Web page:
MOA or How to Promote the Aboriginal Culture

The Museum of Anthropology of Vancouver. A place of extraordinary architectural beauty. A place with a provocative programming and vibrant, contemporary exhibitions. A place of active exploration and quiet contemplation. A place of world arts and cultures.

The Project’s Team had the opportunity to experience it and enjoy the exhibitions related to Native First Nations as well from other remote civilisations (Papoua New Guinea, Micronesia, Antartic…). We particularly appreciated the exhibition telling the story of Gwaii Haanas’ Heritage, internationally-known for its well-preserved houses and poles. The land and sea in this remarkable place are protected as a Haida UNESCO Heritage Site, as well as a National Park Reserve and National Marine Conservation Area Reserve. The cooperative management agreement, reached after the turmoil of a blockade and five years of negotiations is now a model for conservation and natural resource governance in the world.

The Museum of Anthropology at the University of British Columbia is world-renowned for its collections, research, teaching, public programs, and community connections.

The MOA provides innovative and imaginative exhibits and programs, and encourages full academic and student participation of the University of British Columbia.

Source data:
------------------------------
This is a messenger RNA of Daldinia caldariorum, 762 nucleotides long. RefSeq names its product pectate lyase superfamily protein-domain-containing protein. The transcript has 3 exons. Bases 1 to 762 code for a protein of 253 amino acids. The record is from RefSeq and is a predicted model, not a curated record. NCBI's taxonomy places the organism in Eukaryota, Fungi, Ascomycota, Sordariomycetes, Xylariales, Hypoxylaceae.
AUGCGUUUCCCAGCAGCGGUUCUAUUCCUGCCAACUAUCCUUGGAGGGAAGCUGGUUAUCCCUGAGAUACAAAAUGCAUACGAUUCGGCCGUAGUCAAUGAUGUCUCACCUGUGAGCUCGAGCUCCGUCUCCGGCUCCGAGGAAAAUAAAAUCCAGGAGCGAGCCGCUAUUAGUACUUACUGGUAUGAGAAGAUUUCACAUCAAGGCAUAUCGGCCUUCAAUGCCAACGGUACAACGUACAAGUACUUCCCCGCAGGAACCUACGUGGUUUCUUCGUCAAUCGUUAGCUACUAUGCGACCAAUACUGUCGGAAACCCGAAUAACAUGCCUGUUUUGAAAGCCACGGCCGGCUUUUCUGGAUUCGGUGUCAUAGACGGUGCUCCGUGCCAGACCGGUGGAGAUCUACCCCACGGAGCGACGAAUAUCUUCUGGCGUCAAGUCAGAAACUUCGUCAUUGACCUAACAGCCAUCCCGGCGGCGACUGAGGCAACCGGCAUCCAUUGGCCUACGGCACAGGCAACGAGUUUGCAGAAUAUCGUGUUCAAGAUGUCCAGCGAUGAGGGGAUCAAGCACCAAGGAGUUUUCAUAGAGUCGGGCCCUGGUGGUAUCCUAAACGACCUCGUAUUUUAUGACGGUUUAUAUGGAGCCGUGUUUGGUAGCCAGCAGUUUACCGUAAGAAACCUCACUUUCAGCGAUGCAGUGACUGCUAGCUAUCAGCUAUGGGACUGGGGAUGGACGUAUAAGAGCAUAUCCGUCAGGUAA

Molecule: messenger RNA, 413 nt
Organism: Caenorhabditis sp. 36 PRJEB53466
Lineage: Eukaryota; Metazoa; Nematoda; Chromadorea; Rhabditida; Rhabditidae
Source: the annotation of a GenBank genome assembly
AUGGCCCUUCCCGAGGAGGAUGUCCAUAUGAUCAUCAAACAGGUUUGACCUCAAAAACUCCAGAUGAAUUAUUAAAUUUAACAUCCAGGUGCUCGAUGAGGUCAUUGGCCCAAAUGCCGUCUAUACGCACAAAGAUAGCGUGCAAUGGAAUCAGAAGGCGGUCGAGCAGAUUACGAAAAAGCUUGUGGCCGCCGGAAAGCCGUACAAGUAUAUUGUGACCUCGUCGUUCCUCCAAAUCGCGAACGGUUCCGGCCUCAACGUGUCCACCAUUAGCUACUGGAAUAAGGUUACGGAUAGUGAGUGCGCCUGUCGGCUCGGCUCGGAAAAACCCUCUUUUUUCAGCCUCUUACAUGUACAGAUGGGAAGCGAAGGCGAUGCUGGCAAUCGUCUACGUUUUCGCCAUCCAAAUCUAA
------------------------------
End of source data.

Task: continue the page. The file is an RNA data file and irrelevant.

The MOA Centre for Cultural Research (CCR) undertakes research on world arts and cultures, and supports research activities and collaborative partnerships through a number of spaces; including research rooms dedicated to collections-based research, an Ethnology Lab, a Conservation Lab, an Oral History and Language Lab supporting audio recording and digitization, a Library, an Archives, and a Community Lounge for the use of groups engaged in research activities. The CCR includes virtual services supporting collections-based research through the MOA CAT Collections Online site that provides access to the Museum’s collection of approximately 40,000 objects and nearly 80,000 object images, and theReciprocal Research Network (RRN) which brings together 430,000 object records and associated images from 19 institutions.

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